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The science behind groupthink

If you want to mitigate groupthink, first you need to understand what it is. Read this article to find out more about the groupthink theory.

Groupthink is defined as:

‘the practice of thinking or making decisions as a group, resulting typically in unchallenged, poor-quality decision-making’
Irving Janis, a Yale psychologist, coined the term in 1972 to explain the leaders’ terrible decisions in the face of contrary evidence. Janis also wanted to discover if everyday groups tend towards social cohesion and agreement too. [1]
History is replete with examples of terrible situations caused by leaders’ failures to act in enlightened self-interest. Instead, leaders often decisions that are obviously counter-productive.

Historical examples of groupthink

Psychologists first explored examples like the American failure in Vietnam, the Kennedy administration’s decision to invade Cuba at the Bay of Pigs and the Watergate cover-up. [2]
A more modern example includes the European Banking Authority’s failure to predict the financial collapse of the Spanish banking industry.
After the 2008 banking crisis, the European Union created the EBA to enhance control over financial markets in the EU. In 2011, the EBA had conducted a stress-test of Spanish banks, concluding that they were under control.
The following year, the Spanish banking industry collapsed. Possibly this failure to recognise issues in the sector rose from the EBA’s unwillingness to criticise the Spanish banking system for fear that Spanish leaders would return the favour. [3]
Janis did not believe that stupidity, malice, or evil were to blame for these bad decisions.
Instead, Irving examined whether these acts of apparent stupidity were the products of various microstates of emotion and biological and chemical interactions that encourage a tendency towards social cohesion.
One of the key characteristics is that members of groups will often attempt to remain loyal to the group by sticking with the policies to which the group has already committed itself.
They continue with these policies even when they work out badly and have unintended consequences that disturb the conscience of each member. [1]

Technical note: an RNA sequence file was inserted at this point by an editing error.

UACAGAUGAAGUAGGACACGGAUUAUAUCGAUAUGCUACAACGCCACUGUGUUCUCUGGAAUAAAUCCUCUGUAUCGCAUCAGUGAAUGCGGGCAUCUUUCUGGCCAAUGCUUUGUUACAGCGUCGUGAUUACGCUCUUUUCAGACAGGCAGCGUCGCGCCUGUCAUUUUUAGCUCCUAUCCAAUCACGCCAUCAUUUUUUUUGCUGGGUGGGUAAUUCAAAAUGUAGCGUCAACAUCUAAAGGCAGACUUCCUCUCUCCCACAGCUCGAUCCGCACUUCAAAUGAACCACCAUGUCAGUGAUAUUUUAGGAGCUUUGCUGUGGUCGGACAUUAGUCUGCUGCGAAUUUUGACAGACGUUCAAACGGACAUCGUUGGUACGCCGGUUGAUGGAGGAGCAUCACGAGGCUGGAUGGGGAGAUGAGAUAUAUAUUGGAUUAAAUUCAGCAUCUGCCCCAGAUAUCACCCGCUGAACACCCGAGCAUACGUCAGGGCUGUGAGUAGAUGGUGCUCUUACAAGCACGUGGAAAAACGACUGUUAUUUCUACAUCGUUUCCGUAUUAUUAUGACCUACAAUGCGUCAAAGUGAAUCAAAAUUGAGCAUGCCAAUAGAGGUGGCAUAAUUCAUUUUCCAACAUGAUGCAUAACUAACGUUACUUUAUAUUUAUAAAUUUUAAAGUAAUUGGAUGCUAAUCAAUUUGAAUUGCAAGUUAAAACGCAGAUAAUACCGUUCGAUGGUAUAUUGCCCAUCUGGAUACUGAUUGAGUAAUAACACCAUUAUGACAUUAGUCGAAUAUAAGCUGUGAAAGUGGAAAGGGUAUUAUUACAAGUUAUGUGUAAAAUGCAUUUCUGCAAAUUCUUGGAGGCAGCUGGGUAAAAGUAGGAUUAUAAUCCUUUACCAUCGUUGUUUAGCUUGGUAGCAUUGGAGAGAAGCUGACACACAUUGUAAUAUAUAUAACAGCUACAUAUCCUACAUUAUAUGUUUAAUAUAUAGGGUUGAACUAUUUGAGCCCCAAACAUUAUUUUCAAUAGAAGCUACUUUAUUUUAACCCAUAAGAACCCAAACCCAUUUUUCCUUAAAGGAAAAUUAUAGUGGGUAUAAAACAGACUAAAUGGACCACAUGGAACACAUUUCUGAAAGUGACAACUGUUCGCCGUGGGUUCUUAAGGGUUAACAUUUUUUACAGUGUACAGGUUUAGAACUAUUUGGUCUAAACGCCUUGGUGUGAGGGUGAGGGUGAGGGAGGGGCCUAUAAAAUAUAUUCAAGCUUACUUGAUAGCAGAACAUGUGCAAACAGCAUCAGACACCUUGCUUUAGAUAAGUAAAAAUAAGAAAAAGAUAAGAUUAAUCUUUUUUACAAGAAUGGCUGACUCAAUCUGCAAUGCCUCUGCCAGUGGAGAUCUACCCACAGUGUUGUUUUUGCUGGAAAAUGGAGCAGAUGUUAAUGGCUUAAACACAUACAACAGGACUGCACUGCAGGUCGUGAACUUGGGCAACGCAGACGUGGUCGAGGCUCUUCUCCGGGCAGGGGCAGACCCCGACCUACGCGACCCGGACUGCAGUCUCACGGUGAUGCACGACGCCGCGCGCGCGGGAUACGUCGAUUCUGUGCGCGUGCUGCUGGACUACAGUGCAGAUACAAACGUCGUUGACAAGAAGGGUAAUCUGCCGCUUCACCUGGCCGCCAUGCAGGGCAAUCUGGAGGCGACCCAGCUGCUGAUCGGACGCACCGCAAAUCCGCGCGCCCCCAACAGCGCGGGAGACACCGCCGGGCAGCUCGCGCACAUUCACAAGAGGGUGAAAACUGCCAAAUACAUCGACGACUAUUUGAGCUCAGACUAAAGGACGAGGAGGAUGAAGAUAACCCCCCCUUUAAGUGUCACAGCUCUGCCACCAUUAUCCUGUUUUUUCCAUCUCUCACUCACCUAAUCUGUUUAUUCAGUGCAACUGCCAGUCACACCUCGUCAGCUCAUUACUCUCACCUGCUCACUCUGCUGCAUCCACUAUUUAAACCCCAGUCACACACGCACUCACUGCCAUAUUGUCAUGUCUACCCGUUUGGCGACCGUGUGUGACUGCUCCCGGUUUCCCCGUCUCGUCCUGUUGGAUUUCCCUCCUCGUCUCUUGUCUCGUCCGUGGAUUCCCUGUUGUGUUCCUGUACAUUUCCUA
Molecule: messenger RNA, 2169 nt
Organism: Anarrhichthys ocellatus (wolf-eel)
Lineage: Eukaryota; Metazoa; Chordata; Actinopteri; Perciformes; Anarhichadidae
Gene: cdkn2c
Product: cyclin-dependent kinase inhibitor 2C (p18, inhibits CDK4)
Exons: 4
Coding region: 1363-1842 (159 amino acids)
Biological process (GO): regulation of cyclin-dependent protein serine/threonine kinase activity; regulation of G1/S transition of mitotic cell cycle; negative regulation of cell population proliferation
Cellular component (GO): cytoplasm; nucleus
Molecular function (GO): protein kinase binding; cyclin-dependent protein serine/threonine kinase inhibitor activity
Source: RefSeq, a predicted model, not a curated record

Janis’ eight symptoms of groupthink

Illusion of invulnerability: Group members create excessive optimism and encourage taking extreme risks.
Inherent morality of the group: Group ignores ethical and moral consequences of their decision.
Collective rationalisation: Rationalisation discounts warning signs or other information that may lead the group to reconsider their decision.
Stereotyping of out-groups: Extreme cynicism by in-group members negates the capabilities and competence of the opposing group.
Self-censorship: Avoidance of one’s opinion to minimise deviation from group consensus.
Shared illusion of unanimity: Group members who remain silent agree.
Pressure to conform: Group members pressure dissenters by making it clear that divergent views are not welcome.
Mindguards: A group member acts as an information filter to control the decision-making process towards a specific and limited number of alternatives. [4]

We’ll come back to each of these symptoms later in the course.

Groupthink is relevant to situations large and small

From the previous examples, groupthink may appear to be relevant only on a large scale, but that’s just not true.

Groupthink affects the underlying culture of entire companies and industries.

Groupthink contributes to both faulty research practices and our ability to spot cultural appropriation in our work.

One of the easiest ways to avoid groupthink is to increase the diversity of our hiring practices.

That brings us back around to that initial definition of ‘diversity’. We’re not really talking about diversity; we’re talking about accuracy.

Companies can mitigate, or potentially avoid, the symptoms of groupthink, simply by increasing the proportional accuracy of their employees’ representation of the overall population.

As Dr Claudia Plaisted writes in the Journal of Public Health Management and Practice, the most important reason organisations should promote diversity is not morality. It’s because a diverse group of people brings diverse ways of thinking about things. [5]

In that journal article, Dr Plaisted offers seven steps to create thought diversity and avoid groupthink. We will also explore these proposed steps towards the end of the course.

References

  1. Janis, I., 1952. Groupthink. [online] Web.archive.org. Available at: Web Archive [Accessed 13 September 2021].
  2. Whyte, G., 1989. Groupthink Reconsidered. The Academy of Management Review, [online] 14(1), p.40. Available at: JSTOR
  3. Teleki, B., 2019. From the Sanhedrin to Foreign Currency Loans in Hungary : Cases of Group­think from His­tory. Polgári szemle, [online] 15(Special Issue), pp.463-472. Available at: REAL
  4. Reaves, J., 2018. A Study of Groupthink in Project Teams. Ph.D Management. Walden University College of Management and Technology.
  5. Fernandez, C., 2007. Creating Thought Diversity. Journal of Public Health Management and Practice, [online] 13(6), pp.670-671. Available at: Lippincott
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